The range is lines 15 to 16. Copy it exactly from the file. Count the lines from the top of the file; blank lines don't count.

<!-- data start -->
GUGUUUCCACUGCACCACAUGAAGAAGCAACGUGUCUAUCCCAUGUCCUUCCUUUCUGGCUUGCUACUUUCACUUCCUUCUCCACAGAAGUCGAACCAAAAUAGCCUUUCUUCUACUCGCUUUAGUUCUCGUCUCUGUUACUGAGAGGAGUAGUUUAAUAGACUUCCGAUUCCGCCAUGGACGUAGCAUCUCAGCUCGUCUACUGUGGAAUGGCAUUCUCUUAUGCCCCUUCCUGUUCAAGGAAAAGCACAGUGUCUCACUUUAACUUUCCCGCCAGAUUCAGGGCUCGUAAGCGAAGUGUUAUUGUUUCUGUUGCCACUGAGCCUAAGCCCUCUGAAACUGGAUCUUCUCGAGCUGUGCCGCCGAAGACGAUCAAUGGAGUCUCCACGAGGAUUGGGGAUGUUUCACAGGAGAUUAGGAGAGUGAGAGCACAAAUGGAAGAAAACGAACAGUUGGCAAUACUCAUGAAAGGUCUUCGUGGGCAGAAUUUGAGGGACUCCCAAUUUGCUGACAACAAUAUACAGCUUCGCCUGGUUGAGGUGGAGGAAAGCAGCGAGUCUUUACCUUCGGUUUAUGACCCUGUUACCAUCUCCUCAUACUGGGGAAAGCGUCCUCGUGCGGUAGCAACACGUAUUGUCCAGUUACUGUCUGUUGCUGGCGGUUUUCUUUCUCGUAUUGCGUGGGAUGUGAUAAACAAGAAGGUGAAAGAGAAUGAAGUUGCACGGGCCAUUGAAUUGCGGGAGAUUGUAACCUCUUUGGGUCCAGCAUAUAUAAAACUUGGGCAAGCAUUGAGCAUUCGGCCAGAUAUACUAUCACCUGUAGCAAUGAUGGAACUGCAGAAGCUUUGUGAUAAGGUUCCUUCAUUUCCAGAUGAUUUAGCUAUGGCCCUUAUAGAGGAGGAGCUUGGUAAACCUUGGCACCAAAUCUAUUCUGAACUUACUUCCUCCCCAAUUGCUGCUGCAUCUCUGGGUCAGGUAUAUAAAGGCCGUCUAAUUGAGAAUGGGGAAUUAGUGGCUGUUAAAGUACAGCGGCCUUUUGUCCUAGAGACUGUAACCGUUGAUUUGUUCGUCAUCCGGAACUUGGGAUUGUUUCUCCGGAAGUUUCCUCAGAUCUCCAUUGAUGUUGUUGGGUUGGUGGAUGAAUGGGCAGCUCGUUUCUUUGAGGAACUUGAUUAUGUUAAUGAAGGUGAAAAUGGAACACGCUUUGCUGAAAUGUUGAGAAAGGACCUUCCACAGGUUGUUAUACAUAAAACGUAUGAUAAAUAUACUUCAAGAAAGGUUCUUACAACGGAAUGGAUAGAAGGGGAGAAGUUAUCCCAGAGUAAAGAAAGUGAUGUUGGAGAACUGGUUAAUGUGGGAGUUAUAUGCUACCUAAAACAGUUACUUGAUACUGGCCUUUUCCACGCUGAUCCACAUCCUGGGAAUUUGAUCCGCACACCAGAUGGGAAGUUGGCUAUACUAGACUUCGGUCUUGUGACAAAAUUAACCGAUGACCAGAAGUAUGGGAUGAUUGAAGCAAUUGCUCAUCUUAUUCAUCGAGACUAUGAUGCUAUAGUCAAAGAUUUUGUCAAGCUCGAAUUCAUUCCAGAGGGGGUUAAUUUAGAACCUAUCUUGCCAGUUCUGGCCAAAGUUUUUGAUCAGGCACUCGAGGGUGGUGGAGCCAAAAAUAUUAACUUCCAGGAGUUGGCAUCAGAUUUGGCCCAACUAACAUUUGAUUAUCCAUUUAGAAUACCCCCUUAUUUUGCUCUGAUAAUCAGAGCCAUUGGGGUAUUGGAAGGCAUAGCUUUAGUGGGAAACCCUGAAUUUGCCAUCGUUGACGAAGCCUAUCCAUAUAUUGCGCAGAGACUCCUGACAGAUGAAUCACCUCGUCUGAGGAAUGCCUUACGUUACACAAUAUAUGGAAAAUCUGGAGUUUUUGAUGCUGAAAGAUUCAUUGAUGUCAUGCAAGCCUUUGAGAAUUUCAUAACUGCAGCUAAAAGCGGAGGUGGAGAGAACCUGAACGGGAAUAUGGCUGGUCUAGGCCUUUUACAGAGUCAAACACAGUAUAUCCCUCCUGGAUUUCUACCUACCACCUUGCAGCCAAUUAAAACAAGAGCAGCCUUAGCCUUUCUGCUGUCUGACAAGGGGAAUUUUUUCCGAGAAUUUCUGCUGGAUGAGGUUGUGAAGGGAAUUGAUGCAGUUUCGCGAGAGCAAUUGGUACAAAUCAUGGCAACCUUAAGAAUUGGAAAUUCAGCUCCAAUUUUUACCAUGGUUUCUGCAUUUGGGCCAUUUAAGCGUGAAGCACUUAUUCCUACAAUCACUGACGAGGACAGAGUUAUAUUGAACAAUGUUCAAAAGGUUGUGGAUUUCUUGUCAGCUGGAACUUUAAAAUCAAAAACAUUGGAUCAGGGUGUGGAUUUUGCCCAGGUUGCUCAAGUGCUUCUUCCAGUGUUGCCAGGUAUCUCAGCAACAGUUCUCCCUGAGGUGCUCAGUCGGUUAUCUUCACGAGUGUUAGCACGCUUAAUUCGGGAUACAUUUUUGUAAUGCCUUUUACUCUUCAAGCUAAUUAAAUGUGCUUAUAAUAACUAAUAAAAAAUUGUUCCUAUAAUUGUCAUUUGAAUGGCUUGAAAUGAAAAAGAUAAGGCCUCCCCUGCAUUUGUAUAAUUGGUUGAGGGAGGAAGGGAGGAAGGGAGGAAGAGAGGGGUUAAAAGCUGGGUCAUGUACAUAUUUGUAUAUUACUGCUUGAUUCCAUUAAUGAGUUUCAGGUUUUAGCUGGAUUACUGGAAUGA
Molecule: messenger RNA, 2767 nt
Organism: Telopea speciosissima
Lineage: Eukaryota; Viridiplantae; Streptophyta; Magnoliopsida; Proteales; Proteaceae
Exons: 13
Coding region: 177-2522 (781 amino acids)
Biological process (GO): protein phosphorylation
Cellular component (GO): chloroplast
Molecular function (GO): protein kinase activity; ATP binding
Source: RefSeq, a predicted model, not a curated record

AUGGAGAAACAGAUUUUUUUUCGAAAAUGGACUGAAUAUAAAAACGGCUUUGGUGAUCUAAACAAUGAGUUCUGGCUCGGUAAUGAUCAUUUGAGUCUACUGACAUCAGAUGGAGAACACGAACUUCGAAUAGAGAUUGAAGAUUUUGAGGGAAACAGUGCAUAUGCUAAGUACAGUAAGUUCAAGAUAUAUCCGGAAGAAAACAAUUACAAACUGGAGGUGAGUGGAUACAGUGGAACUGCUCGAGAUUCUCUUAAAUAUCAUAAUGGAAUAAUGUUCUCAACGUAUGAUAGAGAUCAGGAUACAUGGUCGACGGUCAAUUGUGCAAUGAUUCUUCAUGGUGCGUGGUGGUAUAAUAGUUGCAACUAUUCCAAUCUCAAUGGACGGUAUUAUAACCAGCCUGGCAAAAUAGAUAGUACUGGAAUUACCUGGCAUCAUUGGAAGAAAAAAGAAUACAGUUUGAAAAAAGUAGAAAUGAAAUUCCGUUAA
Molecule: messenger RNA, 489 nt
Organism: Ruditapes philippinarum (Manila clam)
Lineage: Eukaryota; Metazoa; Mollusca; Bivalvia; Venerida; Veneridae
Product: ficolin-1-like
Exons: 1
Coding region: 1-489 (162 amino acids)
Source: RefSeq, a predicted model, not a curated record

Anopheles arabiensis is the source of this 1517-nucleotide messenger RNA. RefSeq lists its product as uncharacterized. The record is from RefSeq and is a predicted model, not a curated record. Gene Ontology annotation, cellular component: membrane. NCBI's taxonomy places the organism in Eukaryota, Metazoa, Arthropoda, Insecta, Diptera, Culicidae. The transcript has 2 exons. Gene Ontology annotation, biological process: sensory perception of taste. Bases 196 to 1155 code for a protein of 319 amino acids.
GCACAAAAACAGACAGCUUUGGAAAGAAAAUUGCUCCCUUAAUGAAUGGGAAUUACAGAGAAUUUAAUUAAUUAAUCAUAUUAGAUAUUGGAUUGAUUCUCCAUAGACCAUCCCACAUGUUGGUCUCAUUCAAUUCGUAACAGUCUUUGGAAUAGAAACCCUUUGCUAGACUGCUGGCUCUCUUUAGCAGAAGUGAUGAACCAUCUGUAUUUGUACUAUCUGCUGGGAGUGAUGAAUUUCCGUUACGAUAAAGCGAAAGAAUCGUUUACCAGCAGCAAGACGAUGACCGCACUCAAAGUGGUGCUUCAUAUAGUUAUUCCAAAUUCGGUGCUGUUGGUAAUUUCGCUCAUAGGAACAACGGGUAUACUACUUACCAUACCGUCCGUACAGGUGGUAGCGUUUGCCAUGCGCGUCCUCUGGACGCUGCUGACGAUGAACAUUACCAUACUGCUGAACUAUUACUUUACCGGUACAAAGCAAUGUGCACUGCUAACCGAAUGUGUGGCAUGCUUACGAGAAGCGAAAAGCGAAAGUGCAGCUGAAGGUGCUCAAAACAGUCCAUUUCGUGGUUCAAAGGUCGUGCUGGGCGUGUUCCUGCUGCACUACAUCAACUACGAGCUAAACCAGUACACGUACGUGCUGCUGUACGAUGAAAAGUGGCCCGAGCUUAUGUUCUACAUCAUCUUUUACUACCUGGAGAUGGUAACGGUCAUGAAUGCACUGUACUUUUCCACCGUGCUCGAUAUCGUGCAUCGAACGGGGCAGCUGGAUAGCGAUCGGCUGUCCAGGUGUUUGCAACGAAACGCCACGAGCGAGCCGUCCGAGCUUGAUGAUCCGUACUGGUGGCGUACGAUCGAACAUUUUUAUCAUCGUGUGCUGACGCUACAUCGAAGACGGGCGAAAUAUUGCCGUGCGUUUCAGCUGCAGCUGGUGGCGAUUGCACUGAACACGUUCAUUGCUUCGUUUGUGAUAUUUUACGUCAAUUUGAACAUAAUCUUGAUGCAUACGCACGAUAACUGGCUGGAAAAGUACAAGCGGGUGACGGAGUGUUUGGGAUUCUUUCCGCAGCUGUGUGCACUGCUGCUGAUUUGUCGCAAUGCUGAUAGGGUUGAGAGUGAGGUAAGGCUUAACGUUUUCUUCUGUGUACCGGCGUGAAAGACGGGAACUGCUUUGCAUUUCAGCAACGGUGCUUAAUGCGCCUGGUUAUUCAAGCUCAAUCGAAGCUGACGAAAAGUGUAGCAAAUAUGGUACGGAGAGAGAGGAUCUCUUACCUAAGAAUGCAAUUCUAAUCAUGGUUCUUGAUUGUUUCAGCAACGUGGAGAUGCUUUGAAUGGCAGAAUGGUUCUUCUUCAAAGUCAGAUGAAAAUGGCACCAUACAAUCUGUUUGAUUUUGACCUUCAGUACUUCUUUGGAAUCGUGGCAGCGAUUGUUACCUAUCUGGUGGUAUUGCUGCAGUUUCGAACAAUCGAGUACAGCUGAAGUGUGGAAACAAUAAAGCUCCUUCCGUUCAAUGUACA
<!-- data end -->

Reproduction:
Product: ficolin-1-like
Exons: 1